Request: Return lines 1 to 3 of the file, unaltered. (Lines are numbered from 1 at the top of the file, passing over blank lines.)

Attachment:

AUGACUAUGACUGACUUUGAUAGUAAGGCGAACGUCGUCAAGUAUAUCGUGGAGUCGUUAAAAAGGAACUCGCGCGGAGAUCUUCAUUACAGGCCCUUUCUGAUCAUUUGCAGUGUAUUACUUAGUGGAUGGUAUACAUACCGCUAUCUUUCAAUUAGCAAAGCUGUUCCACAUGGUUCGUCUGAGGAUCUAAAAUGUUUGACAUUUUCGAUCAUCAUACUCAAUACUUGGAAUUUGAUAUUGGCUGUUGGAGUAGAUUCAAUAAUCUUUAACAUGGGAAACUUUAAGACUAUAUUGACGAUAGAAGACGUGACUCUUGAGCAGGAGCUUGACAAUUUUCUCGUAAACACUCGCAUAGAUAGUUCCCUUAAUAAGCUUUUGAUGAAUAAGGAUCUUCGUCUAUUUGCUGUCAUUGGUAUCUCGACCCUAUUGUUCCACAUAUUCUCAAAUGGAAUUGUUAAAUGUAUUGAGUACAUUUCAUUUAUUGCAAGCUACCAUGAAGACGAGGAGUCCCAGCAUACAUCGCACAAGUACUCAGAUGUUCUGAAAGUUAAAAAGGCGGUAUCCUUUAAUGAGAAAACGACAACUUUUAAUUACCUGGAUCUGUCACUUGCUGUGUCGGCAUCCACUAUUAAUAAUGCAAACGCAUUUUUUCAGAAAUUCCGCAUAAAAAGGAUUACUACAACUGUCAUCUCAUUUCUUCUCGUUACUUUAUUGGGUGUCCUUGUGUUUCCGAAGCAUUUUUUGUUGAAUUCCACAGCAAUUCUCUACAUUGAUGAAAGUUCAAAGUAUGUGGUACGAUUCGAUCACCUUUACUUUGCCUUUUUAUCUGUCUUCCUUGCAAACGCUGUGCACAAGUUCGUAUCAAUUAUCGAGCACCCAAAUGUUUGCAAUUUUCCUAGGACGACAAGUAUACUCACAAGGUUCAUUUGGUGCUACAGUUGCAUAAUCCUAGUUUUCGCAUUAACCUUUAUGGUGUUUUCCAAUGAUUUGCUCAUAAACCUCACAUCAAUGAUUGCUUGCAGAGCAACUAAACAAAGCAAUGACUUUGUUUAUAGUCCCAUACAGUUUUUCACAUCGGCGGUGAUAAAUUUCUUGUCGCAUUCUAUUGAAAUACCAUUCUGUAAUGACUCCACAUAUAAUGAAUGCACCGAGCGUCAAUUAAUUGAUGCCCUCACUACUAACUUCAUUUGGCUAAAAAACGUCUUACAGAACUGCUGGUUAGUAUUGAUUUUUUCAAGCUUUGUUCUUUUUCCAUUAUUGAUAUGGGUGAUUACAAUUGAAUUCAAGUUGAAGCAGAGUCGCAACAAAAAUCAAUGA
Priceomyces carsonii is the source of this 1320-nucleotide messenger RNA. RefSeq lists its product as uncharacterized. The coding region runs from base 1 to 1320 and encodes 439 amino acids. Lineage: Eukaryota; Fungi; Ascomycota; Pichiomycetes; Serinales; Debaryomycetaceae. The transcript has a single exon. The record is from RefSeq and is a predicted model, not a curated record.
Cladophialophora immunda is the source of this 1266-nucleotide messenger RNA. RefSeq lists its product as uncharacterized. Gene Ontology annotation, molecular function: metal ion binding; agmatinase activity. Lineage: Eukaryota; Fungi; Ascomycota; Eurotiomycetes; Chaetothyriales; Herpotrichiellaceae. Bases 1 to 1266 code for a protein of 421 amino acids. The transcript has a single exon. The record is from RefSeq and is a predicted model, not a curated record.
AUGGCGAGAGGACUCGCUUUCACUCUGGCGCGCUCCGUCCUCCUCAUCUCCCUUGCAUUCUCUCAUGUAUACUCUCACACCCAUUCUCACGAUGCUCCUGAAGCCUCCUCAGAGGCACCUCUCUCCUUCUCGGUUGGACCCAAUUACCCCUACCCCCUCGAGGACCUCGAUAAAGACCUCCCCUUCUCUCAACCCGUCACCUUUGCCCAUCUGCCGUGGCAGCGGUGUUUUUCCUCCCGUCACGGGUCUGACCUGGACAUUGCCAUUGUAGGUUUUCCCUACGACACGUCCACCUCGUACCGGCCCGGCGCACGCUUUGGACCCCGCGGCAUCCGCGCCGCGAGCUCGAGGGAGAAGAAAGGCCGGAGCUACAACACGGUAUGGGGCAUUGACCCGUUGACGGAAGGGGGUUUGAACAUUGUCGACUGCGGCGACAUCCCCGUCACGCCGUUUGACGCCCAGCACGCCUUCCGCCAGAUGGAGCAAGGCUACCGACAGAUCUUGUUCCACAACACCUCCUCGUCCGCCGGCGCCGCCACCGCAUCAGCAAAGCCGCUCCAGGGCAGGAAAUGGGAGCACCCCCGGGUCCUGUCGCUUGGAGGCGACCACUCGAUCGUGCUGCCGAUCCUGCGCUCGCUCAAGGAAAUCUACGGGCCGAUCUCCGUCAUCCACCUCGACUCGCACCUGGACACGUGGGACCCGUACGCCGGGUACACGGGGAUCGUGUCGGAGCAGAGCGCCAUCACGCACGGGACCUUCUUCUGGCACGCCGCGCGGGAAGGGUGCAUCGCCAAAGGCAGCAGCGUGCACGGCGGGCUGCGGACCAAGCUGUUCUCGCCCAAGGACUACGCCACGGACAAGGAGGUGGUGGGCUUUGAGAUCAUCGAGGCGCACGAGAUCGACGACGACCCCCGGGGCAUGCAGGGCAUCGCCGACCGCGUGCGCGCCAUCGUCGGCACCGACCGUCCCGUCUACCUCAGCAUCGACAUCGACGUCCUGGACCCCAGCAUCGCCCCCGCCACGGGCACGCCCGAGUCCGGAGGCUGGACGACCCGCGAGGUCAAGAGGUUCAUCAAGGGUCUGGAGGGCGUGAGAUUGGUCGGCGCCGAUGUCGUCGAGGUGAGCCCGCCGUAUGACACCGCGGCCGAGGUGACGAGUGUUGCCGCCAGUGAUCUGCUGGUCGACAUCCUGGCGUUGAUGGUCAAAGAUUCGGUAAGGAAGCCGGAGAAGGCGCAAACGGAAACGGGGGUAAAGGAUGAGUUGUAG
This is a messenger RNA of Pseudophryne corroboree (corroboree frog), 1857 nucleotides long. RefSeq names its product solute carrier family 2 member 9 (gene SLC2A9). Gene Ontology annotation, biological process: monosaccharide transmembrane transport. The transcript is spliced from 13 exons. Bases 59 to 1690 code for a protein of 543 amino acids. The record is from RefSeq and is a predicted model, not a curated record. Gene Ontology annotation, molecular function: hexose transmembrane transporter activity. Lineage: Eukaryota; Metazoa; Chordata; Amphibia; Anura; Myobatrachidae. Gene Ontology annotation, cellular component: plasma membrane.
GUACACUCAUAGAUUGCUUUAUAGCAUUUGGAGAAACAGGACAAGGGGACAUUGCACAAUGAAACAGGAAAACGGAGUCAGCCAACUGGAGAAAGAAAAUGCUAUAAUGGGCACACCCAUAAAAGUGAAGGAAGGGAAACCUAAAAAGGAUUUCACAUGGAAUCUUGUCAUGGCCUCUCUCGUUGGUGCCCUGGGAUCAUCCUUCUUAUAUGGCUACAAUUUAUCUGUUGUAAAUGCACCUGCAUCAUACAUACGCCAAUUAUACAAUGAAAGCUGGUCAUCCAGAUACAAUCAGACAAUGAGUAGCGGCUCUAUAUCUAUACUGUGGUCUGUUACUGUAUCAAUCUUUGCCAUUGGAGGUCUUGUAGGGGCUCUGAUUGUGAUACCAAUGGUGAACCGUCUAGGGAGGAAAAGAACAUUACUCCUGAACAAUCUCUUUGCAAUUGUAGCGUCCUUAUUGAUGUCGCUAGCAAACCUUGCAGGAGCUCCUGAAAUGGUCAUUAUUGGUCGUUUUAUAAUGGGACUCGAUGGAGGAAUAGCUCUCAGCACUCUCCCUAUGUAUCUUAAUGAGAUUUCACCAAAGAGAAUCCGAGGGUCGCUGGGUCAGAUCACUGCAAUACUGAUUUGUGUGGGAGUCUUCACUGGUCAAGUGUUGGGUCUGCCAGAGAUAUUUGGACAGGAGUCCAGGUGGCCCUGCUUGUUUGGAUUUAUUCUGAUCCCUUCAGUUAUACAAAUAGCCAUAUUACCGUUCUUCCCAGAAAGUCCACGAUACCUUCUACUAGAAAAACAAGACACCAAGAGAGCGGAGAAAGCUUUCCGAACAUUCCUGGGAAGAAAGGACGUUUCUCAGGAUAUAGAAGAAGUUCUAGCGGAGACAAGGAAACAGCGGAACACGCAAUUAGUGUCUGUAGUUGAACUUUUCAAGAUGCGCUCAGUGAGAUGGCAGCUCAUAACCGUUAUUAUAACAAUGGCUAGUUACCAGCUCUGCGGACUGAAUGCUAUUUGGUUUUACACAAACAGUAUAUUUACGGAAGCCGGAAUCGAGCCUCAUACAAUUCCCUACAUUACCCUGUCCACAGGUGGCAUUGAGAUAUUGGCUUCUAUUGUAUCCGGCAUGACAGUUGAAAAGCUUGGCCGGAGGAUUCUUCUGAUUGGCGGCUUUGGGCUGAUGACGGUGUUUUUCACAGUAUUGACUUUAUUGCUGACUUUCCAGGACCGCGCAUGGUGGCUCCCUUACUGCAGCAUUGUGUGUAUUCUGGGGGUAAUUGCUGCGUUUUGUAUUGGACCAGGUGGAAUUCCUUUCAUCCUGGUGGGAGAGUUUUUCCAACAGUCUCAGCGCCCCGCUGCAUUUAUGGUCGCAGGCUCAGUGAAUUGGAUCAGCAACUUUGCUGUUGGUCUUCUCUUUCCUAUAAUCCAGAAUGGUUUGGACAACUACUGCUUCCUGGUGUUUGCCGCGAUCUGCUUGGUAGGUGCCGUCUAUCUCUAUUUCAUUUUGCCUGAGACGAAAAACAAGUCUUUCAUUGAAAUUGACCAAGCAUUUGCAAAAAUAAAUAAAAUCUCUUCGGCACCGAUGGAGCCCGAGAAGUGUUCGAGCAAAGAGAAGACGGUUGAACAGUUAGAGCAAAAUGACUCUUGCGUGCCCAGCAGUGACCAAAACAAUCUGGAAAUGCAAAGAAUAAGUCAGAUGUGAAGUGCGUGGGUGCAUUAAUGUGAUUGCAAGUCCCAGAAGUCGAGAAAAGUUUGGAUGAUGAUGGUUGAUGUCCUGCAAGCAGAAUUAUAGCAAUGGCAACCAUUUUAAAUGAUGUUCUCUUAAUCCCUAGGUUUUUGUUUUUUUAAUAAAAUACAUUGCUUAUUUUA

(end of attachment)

AUGACUAUGACUGACUUUGAUAGUAAGGCGAACGUCGUCAAGUAUAUCGUGGAGUCGUUAAAAAGGAACUCGCGCGGAGAUCUUCAUUACAGGCCCUUUCUGAUCAUUUGCAGUGUAUUACUUAGUGGAUGGUAUACAUACCGCUAUCUUUCAAUUAGCAAAGCUGUUCCACAUGGUUCGUCUGAGGAUCUAAAAUGUUUGACAUUUUCGAUCAUCAUACUCAAUACUUGGAAUUUGAUAUUGGCUGUUGGAGUAGAUUCAAUAAUCUUUAACAUGGGAAACUUUAAGACUAUAUUGACGAUAGAAGACGUGACUCUUGAGCAGGAGCUUGACAAUUUUCUCGUAAACACUCGCAUAGAUAGUUCCCUUAAUAAGCUUUUGAUGAAUAAGGAUCUUCGUCUAUUUGCUGUCAUUGGUAUCUCGACCCUAUUGUUCCACAUAUUCUCAAAUGGAAUUGUUAAAUGUAUUGAGUACAUUUCAUUUAUUGCAAGCUACCAUGAAGACGAGGAGUCCCAGCAUACAUCGCACAAGUACUCAGAUGUUCUGAAAGUUAAAAAGGCGGUAUCCUUUAAUGAGAAAACGACAACUUUUAAUUACCUGGAUCUGUCACUUGCUGUGUCGGCAUCCACUAUUAAUAAUGCAAACGCAUUUUUUCAGAAAUUCCGCAUAAAAAGGAUUACUACAACUGUCAUCUCAUUUCUUCUCGUUACUUUAUUGGGUGUCCUUGUGUUUCCGAAGCAUUUUUUGUUGAAUUCCACAGCAAUUCUCUACAUUGAUGAAAGUUCAAAGUAUGUGGUACGAUUCGAUCACCUUUACUUUGCCUUUUUAUCUGUCUUCCUUGCAAACGCUGUGCACAAGUUCGUAUCAAUUAUCGAGCACCCAAAUGUUUGCAAUUUUCCUAGGACGACAAGUAUACUCACAAGGUUCAUUUGGUGCUACAGUUGCAUAAUCCUAGUUUUCGCAUUAACCUUUAUGGUGUUUUCCAAUGAUUUGCUCAUAAACCUCACAUCAAUGAUUGCUUGCAGAGCAACUAAACAAAGCAAUGACUUUGUUUAUAGUCCCAUACAGUUUUUCACAUCGGCGGUGAUAAAUUUCUUGUCGCAUUCUAUUGAAAUACCAUUCUGUAAUGACUCCACAUAUAAUGAAUGCACCGAGCGUCAAUUAAUUGAUGCCCUCACUACUAACUUCAUUUGGCUAAAAAACGUCUUACAGAACUGCUGGUUAGUAUUGAUUUUUUCAAGCUUUGUUCUUUUUCCAUUAUUGAUAUGGGUGAUUACAAUUGAAUUCAAGUUGAAGCAGAGUCGCAACAAAAAUCAAUGA
Priceomyces carsonii is the source of this 1320-nucleotide messenger RNA. RefSeq lists its product as uncharacterized. The coding region runs from base 1 to 1320 and encodes 439 amino acids. Lineage: Eukaryota; Fungi; Ascomycota; Pichiomycetes; Serinales; Debaryomycetaceae. The transcript has a single exon. The record is from RefSeq and is a predicted model, not a curated record.
Cladophialophora immunda is the source of this 1266-nucleotide messenger RNA. RefSeq lists its product as uncharacterized. Gene Ontology annotation, molecular function: metal ion binding; agmatinase activity. Lineage: Eukaryota; Fungi; Ascomycota; Eurotiomycetes; Chaetothyriales; Herpotrichiellaceae. Bases 1 to 1266 code for a protein of 421 amino acids. The transcript has a single exon. The record is from RefSeq and is a predicted model, not a curated record.